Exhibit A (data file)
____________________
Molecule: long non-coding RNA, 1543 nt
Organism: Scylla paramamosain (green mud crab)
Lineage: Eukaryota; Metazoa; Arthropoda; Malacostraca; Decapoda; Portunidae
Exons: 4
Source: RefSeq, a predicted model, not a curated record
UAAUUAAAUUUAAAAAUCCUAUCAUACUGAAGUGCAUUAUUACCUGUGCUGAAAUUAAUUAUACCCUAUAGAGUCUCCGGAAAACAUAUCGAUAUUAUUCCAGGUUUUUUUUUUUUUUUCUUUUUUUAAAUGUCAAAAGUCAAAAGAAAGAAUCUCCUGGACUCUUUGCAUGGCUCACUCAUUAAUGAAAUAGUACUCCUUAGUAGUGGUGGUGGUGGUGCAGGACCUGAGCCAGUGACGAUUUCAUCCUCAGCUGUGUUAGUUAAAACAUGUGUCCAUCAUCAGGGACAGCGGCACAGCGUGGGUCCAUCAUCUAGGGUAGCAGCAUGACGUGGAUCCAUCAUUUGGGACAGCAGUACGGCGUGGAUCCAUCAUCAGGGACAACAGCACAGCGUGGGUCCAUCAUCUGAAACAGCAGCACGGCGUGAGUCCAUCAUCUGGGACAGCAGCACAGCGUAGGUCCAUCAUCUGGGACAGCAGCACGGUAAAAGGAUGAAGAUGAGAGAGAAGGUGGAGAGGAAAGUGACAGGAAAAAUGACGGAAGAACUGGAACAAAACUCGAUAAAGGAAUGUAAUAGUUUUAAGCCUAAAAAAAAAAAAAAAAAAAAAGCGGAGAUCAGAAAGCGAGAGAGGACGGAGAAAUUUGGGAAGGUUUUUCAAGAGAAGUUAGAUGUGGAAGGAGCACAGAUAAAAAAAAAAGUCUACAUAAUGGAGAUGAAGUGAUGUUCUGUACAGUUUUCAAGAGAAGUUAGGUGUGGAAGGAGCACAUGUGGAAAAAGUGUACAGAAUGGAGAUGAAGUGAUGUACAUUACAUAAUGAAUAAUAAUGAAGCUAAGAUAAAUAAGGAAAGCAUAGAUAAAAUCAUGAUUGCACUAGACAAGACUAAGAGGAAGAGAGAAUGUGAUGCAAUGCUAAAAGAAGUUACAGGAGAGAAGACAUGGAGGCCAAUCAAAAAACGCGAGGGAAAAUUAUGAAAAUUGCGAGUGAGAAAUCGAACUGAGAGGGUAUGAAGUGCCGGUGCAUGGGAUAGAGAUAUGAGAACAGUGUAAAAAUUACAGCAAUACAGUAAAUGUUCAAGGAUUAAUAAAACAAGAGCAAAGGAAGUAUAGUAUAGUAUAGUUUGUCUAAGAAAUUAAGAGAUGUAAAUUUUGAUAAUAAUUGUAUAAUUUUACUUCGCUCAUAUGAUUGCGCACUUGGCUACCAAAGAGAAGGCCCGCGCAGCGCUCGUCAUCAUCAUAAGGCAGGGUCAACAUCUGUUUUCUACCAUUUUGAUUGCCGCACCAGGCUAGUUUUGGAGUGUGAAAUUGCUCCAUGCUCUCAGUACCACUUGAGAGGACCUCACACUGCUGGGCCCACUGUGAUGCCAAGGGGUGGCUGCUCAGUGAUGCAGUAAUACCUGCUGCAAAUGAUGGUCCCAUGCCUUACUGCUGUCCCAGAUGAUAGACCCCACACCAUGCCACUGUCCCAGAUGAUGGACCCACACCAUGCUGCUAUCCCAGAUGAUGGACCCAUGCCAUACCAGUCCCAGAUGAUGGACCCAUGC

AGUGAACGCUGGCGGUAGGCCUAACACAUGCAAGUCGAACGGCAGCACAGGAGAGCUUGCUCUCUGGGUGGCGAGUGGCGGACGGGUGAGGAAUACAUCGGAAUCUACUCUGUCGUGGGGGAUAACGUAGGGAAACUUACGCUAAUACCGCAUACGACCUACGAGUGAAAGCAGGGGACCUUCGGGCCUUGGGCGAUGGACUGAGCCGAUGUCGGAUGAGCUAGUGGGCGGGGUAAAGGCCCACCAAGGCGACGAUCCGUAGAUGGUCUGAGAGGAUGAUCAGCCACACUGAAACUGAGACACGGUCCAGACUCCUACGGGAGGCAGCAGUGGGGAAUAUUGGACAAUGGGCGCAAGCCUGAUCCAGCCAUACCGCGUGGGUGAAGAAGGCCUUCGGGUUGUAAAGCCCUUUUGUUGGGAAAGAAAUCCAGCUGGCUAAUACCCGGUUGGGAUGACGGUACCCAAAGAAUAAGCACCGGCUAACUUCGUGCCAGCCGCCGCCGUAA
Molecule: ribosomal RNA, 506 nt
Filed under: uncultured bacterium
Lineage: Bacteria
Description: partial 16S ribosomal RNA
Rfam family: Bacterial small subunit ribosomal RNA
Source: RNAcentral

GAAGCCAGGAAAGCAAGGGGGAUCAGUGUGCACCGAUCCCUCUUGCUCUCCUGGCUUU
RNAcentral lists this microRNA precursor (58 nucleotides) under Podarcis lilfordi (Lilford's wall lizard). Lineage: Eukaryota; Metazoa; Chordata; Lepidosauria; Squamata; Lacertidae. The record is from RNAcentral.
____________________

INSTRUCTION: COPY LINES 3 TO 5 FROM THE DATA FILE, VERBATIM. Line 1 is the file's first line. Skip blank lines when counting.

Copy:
Lineage: Eukaryota; Metazoa; Arthropoda; Malacostraca; Decapoda; Portunidae
Exons: 4
Source: RefSeq, a predicted model, not a curated record